I was reading a paper called "Production Optimization Using Machine Learning in Bakken Shale", and came across an approach I was a bit puzzled by. Unfortunately, the paper is behind a paywall, but I will explain the case:

The researchers have a dataset with 14 predictors, representing different geological properties, well-design properties, etc. In order to conduct feature selection, they first run a Singular Value Decomposition (SVD), and state that "eight principal components can explain more than 90% of total input variance":

SVD plot

Further they run a Random Forest (RF) with all 14 features, and rank the features according to their Variable Importance score. Additionally, they perform Recursive Feature Elimination (RFE) which also ranks the features.

After this, they refer to the output from the SVD and state "as eight input parameters would be enough, the features we select for our deep learning model are:", and then they list the 8 features that were ranked highest over the two abovementioned methods (RF and RFE).

My question is: Is this a valid way of utilizing the output from a Singular Value Decomposition? I figured these "eight principal components" would be some kind of transformed versions of the original variables, thus not making it directly valid to apply this insight to the variables in their original form. Please correct me if I'm wrong!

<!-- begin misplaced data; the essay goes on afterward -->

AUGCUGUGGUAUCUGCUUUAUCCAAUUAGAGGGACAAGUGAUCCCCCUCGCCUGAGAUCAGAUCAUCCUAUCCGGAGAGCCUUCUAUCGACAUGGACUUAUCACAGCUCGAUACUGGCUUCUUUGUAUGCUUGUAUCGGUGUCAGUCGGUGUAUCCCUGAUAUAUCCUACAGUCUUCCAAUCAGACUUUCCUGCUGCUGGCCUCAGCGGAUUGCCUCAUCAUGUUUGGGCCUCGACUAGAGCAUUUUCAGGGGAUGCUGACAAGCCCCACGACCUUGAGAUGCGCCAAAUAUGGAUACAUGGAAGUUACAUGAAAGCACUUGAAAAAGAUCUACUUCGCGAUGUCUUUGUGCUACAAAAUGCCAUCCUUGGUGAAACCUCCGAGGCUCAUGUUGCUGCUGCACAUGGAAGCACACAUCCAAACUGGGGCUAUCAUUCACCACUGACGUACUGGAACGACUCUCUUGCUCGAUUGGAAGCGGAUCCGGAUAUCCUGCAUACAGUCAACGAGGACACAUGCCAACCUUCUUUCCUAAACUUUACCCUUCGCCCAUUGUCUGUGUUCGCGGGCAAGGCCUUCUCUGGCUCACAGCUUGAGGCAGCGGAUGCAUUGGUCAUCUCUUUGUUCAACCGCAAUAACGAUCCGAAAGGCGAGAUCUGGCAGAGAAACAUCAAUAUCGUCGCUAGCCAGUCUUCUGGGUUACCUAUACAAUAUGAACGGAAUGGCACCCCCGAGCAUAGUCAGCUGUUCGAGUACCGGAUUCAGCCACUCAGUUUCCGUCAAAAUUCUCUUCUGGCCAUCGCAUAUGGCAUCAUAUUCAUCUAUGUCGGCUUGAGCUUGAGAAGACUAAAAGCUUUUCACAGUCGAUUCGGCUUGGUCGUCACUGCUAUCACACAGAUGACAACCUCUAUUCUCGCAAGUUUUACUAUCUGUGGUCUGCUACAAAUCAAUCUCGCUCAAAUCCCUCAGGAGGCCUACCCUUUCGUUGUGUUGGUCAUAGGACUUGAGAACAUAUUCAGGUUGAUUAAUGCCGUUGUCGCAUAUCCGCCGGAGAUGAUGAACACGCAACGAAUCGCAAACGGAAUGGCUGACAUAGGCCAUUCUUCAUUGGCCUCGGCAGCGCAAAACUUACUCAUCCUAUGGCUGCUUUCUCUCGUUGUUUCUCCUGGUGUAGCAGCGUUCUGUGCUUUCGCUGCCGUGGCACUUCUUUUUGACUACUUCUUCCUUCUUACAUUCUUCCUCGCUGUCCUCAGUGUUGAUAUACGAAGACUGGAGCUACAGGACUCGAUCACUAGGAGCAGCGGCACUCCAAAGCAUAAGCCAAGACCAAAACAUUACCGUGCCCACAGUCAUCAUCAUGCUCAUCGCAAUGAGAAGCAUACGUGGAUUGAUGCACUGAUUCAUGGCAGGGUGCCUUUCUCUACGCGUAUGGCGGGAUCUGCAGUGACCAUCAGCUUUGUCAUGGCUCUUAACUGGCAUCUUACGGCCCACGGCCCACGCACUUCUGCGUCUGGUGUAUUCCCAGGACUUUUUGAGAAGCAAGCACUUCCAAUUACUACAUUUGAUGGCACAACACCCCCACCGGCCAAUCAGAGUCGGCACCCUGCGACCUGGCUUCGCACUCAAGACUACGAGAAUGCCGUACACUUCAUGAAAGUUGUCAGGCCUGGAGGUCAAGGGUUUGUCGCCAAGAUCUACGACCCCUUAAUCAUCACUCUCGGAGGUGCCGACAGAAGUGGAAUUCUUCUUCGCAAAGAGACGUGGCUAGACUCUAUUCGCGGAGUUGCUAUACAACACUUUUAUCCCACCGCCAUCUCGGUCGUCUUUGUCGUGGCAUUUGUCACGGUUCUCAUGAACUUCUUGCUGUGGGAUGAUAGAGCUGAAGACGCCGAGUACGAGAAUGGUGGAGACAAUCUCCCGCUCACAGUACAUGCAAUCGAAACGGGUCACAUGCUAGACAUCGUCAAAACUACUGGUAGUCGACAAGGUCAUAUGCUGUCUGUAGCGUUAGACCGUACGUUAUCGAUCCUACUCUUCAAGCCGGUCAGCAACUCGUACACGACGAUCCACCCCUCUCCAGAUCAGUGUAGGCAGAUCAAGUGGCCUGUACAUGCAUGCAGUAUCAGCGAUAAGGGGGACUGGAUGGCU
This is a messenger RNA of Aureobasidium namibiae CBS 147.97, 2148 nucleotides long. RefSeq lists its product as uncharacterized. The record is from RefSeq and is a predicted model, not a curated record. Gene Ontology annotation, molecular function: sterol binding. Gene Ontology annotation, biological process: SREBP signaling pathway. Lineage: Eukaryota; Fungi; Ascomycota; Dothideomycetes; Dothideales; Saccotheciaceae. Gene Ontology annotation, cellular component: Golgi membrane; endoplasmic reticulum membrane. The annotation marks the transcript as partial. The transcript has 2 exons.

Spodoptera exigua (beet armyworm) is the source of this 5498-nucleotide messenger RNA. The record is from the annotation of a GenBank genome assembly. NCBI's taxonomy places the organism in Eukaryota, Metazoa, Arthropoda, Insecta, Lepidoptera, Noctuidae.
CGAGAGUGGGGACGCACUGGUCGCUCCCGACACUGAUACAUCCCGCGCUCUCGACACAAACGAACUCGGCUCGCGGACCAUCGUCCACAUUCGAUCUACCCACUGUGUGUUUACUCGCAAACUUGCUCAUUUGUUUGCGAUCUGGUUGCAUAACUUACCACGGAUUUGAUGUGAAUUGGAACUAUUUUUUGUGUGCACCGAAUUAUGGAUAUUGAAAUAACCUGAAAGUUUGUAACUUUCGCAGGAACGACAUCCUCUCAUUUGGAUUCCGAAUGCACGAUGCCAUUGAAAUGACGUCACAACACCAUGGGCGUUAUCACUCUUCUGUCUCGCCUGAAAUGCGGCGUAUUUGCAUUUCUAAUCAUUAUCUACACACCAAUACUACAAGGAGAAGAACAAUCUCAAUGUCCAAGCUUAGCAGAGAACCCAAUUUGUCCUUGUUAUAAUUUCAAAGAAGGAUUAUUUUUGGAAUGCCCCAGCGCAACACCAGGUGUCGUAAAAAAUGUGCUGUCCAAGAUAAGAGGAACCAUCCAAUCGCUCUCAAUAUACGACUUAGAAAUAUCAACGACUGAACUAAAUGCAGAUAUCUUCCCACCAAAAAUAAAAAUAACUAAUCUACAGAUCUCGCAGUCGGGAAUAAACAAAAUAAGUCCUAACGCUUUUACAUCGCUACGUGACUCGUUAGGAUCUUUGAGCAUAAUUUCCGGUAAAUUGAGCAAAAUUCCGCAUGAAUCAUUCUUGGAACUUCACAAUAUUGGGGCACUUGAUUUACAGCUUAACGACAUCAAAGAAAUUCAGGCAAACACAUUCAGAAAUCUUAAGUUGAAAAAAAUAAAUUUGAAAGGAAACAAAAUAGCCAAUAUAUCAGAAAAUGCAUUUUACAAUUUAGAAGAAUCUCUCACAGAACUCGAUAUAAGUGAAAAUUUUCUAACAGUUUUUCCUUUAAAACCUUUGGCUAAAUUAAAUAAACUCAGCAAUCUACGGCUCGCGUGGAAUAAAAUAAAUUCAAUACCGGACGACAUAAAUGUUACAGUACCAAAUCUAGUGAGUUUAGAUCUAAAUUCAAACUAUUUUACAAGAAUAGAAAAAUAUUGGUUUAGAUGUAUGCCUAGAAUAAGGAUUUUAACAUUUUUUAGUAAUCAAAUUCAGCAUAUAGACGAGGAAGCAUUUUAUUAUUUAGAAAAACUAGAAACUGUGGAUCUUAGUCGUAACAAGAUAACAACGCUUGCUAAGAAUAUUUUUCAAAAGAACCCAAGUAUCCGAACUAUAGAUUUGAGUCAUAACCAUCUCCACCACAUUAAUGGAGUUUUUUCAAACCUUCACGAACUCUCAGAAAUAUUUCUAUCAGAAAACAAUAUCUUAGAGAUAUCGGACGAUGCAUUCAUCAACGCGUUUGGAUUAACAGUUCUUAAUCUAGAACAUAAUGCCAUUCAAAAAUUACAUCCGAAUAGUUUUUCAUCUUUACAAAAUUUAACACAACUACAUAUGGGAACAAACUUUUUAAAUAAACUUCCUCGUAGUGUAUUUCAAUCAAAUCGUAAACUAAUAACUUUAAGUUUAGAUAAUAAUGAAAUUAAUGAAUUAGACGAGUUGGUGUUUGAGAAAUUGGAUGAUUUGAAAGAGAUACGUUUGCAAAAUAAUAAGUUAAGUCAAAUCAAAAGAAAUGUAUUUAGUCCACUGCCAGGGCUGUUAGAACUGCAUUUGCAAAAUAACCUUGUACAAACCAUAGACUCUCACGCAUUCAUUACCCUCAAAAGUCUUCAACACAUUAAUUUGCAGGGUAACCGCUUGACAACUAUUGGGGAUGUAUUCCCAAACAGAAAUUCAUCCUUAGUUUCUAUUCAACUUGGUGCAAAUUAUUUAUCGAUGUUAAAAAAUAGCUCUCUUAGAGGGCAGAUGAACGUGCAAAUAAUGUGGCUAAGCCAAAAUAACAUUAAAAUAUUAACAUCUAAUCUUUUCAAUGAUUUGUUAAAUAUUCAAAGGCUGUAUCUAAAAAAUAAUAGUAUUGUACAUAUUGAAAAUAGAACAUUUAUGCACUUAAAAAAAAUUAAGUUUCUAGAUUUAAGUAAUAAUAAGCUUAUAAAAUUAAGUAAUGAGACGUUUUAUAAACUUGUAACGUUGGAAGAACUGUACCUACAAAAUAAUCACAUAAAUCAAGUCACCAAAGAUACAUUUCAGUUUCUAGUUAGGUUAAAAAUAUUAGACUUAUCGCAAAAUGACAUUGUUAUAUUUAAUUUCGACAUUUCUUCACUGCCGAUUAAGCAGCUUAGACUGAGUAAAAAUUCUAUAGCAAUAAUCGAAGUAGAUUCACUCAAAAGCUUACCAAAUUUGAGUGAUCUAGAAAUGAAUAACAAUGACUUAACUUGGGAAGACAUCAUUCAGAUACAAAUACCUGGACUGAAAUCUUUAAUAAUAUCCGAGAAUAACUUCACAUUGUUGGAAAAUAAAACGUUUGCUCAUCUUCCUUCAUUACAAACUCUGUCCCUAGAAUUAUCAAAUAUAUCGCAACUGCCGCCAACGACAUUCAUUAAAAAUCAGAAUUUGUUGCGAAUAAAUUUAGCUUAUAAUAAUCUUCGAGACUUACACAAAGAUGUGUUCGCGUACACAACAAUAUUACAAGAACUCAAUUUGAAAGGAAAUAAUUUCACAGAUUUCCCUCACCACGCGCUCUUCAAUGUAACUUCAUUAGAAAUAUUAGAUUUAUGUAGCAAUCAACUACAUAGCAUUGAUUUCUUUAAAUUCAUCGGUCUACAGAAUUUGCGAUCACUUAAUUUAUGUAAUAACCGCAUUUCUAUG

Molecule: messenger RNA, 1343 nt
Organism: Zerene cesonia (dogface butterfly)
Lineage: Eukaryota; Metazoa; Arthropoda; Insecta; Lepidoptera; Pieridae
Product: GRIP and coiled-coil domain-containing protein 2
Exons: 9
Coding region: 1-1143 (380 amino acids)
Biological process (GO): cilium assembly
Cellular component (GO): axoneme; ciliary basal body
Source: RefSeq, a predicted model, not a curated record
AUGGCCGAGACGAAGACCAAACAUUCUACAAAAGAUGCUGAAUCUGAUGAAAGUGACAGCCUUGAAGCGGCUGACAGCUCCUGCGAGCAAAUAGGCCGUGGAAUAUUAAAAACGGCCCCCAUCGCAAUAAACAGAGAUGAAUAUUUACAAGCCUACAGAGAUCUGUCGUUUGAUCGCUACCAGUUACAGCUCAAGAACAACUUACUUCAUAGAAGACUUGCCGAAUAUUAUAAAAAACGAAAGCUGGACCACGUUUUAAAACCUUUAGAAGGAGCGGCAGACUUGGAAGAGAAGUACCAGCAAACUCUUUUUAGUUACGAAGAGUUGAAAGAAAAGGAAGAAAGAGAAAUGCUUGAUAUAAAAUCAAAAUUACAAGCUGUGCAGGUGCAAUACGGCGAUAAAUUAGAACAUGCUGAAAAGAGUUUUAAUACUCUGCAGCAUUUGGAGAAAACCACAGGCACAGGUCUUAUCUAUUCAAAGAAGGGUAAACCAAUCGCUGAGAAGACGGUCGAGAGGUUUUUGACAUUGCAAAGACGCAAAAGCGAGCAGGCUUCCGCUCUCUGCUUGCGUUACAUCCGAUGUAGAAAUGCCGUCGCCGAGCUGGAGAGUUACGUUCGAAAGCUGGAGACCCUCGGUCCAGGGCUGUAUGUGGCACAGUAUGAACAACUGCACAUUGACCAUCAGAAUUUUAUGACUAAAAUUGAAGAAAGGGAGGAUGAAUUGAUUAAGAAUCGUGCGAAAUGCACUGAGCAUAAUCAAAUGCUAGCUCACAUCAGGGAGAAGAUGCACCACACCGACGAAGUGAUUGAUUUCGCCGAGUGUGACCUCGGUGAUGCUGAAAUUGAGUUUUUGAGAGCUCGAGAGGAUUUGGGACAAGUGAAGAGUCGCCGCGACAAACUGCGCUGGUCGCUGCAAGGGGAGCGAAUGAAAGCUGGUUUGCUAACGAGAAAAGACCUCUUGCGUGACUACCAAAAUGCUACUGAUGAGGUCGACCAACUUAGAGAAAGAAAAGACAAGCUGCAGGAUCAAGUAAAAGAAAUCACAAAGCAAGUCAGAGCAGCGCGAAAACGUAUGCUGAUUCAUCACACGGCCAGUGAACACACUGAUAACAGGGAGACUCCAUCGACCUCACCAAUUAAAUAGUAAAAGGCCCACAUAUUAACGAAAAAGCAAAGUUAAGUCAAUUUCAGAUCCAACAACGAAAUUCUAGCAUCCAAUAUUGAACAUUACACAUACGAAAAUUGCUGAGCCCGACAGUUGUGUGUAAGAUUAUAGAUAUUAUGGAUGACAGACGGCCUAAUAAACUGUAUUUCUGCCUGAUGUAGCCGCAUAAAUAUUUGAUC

PCA is related to SVD, so your general question is answered in the Using principal component analysis (PCA) for feature selection thread.

In the paper, the authors give following rationale for feature selection:

Feature selection can facilitate data visualization/understanding and improve prediction performance by reducing redundant input dimension (Guyon and Elisseeff 2003). In our study, we used the combination of several methods (listed below) to select the useful features for prediction.

Those may be valid arguments in general, but do not seem to be reasonable for their setting. First of all, going down from 14 to 8 features, for me, does not sound like a great improvement in terms of ease of interpretability and visualization, since 14 is already a small number of features. Second, they've used neural network, that is already a "black box" model that is harder to interpret, same with random forest where it is not feasible to draw all the trees in the forest and interpret them directly. In cases of both neural networks and random forests, there are indirect methods for measuring feature interpretability, that would work the same, and be equally interpretable, no matter if they used 8 or 14 features. Third, neither random forest, nor neural networks have problems with redundant features. Both of the algorithms can deal by itself with "selecting" the appropriate features. I'm not saying that feature selection is for no use with those algorithms, but that is unlikely the case if you have only 14 variables.


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